Of the opinion that scrappage could be mandated if a vehicle has gone below a certain standard, Prof. Raghuram averred that the surrogate ideally should be the performance of the vehicle and the pollution it is causing. Stressing upon the different types of fleet owners in India comprising of single truck owners, new players, small and big fleets, Rakesh Batra, expressed a need to have a holistic approach to the issue of scrappage. “The entire value chain needs to be looked at. We need to start from POV of customers so that they do not face disruption due to the introduction of such policies, which may also invite a price hike,” he said. Pointing at the introduction of BSIV emission norms that led to customers paying higher prices, Batra mentioned that there was a need for companies to recycle vehicles that have reached the end of their life. Not many enterprises are coming up since the task is capital intensive and energy-hungry, Batra stated. He drew attention towards plants that need to be well located, and are supplied with enough vehicles.

OEM perspective

Stressing upon serious disruptions that can take place due to immediate pullout of vehicles from the road, Vinod Sahay mentioned that many stakeholders are involved in the ecosystem. “Price hike may happen for the non-impacted vehicles and also increased freight hike due to the lesser supply of trucks,” said Sahay. He averred that truck owners should be encouraged to move to newer models to curb environmental damage on transferable credit. “There is a possibility to work around this as some countries have already adopted such a practice,” said Sahay. Expressing that it is workable and will not cause much disruption, Sahay stated that the voluntary route to vehicle replacement will be better. Sahay also underlined the role of OEMs, drivers and road-side mechanics as important stakeholders in the industry, and how their livelihood depends on older trucks. Stating that any incentive has to be pooled-in by OEMs, government and the scrappage industry, Malik opined, “The best solution would be to get OEMs to setup scrappage plants since they know how to extract the best value.”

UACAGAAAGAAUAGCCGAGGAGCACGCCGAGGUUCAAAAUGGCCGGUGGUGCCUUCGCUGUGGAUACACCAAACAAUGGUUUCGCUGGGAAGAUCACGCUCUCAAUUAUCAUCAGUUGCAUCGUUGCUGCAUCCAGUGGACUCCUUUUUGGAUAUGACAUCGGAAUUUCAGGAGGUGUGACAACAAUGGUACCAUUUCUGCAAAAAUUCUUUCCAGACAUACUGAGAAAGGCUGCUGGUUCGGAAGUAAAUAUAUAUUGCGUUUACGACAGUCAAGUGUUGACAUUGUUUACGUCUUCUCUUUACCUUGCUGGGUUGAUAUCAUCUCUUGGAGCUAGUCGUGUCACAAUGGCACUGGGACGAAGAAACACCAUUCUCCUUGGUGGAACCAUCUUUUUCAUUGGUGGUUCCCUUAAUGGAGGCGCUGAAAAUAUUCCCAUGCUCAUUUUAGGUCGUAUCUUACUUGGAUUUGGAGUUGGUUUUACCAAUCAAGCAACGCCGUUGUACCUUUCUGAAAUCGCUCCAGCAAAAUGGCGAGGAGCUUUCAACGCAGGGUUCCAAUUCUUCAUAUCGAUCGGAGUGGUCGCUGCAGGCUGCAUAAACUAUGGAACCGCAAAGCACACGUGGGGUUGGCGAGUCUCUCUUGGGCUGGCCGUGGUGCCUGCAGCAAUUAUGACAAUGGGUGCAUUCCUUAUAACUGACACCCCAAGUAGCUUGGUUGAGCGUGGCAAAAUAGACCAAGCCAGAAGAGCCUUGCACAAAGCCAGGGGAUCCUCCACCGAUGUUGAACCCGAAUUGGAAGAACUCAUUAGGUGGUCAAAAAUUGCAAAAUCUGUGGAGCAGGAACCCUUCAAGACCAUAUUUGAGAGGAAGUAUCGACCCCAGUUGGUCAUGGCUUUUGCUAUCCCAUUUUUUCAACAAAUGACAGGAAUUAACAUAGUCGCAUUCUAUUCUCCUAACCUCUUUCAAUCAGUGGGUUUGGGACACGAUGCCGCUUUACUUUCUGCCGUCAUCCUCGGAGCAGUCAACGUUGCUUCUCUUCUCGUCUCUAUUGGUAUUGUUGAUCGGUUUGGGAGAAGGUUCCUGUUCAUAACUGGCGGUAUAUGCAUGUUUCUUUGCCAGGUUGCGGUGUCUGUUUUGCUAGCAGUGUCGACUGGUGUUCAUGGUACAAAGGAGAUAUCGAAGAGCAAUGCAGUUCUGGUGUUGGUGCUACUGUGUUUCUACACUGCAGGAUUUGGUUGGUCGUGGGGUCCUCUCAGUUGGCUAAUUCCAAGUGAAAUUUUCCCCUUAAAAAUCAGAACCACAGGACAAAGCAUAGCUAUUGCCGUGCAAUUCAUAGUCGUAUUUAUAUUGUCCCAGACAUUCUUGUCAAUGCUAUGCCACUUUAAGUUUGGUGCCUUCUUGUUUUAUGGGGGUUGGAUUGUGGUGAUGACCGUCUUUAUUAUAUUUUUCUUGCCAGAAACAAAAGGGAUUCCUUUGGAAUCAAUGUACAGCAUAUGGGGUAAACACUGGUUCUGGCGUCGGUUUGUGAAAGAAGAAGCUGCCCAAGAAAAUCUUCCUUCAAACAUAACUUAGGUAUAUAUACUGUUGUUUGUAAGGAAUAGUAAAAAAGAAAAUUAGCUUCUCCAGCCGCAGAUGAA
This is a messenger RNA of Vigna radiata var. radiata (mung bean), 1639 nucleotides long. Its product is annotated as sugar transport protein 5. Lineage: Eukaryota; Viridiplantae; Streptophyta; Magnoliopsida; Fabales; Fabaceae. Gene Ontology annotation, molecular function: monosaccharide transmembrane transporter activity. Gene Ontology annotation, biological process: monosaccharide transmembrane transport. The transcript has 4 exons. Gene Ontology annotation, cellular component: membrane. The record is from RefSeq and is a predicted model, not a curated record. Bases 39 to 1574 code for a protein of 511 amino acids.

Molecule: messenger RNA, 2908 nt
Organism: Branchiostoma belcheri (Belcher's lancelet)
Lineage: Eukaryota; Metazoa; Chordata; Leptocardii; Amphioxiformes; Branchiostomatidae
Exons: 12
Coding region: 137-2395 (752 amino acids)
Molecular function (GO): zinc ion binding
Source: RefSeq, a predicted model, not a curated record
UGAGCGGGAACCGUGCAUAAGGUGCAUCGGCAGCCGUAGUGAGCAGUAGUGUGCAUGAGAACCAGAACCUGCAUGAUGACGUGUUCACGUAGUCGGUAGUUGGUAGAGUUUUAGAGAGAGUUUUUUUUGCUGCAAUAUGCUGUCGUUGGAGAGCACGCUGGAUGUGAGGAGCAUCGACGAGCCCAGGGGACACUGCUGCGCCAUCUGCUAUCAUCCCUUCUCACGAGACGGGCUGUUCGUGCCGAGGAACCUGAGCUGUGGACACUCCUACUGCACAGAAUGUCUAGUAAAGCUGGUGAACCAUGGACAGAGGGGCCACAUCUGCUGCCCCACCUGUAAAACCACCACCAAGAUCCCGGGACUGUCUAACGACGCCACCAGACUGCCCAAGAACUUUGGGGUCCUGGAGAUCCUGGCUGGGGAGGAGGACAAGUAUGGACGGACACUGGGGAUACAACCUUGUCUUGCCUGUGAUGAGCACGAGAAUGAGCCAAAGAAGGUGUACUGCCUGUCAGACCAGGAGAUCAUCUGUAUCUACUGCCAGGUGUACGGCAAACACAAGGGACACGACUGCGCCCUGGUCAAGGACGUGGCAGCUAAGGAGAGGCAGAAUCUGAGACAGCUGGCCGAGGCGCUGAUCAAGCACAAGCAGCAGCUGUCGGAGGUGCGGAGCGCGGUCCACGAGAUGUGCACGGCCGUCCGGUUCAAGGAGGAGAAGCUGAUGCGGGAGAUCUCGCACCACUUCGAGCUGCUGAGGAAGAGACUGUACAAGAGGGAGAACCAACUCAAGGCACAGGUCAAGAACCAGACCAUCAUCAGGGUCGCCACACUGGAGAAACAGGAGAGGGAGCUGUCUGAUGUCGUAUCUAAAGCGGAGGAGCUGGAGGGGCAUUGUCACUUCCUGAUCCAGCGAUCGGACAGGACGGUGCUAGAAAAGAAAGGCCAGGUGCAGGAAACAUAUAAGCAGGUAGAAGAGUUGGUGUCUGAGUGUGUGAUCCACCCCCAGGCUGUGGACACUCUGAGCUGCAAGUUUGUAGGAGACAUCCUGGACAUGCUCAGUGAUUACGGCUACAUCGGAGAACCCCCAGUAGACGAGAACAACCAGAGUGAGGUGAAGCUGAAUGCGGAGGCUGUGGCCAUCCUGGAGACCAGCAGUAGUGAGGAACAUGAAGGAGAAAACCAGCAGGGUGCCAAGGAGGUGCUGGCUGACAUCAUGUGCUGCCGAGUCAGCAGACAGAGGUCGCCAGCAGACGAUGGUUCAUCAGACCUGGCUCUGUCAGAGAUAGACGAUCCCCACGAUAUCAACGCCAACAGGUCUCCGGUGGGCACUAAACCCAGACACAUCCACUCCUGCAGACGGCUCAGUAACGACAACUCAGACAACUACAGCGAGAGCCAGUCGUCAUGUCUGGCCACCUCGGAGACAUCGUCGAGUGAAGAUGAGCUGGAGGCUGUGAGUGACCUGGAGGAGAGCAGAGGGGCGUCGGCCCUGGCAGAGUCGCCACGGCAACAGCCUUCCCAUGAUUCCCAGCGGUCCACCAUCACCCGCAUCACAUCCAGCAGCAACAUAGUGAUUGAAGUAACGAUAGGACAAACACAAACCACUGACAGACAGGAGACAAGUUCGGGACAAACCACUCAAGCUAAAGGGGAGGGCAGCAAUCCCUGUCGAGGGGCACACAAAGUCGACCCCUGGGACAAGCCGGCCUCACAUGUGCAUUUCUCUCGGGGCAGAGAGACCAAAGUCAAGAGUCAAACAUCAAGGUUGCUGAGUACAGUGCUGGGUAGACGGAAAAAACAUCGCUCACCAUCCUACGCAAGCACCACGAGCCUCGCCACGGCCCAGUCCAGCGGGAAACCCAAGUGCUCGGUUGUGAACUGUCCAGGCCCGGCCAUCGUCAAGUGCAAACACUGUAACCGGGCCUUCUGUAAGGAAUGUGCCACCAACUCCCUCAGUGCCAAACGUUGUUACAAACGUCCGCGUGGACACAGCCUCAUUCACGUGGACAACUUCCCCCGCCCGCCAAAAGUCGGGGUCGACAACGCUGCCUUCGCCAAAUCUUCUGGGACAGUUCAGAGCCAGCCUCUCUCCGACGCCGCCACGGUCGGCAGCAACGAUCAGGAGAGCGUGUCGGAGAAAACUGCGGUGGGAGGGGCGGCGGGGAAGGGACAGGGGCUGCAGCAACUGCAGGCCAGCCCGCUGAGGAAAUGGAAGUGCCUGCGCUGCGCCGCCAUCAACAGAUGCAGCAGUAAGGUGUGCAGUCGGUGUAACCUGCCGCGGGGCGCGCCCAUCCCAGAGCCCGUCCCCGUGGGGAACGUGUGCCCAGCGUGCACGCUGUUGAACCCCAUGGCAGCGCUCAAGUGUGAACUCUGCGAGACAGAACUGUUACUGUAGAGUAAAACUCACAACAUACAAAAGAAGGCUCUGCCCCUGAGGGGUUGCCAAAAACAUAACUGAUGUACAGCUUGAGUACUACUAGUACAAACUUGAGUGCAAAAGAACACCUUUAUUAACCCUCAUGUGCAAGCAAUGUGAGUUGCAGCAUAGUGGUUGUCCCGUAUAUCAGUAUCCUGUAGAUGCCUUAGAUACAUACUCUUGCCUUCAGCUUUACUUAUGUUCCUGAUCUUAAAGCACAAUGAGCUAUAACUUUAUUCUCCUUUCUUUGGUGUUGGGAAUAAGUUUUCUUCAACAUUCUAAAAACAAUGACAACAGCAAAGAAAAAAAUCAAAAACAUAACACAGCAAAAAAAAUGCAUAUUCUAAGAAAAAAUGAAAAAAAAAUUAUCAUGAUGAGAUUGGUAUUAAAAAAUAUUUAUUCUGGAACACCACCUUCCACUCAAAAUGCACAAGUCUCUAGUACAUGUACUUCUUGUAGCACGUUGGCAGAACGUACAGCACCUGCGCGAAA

Following the discussion, Dr. Pawan Goenka, Managing Director, Mahindra & Mahindra Ltd., from the audience row, participated by stating the onus of setting up scrappage centers could be put on the OEMs, to think of it being conducted as a charity move will not help. It has to be a business proposition, and OEMs should see a benefit in it. Goenka urged that there was a need to set up such an infrastructure before coming out with a policy. “There is a need for the OEMs to create a business model that is successful and sustainable,” said Goenka. Prof. Raghuram expressed that organised shredding has a huge commercial potential, and the policy will energise it. “In India, we have a lot of energy for recycling. My worry, therefore, would be to determine the parameters on which to determine end-of-life,” he said.

The awards

The seventh edition of the Mahindra Transport Excellence Awards attracted 8848 nominations from 3722 fleet owners across India. Of these, 144 nominations were shortlisted for the expert jury round. A new category for customised application builder for SCVs and LCVs was introduced. For the driver jury, 237 nominations were received from the HCV and ICV segments. Of the 237 nominations, 10 were shortlisted based on a rigorous process that including the vetting of their knowledge regarding traffic rules, psychometric & psychomotor test, medical check-up, followed by jury screening. The Mahindra Saarthi Abhiyaan under which the MTEA gives scholarships to a girl child of a truck driver, over 1300 entries were received. This year, the ‘Come Home Papa’ short story contest on the theme of road safety based on the father’s experience on road elicited a good response.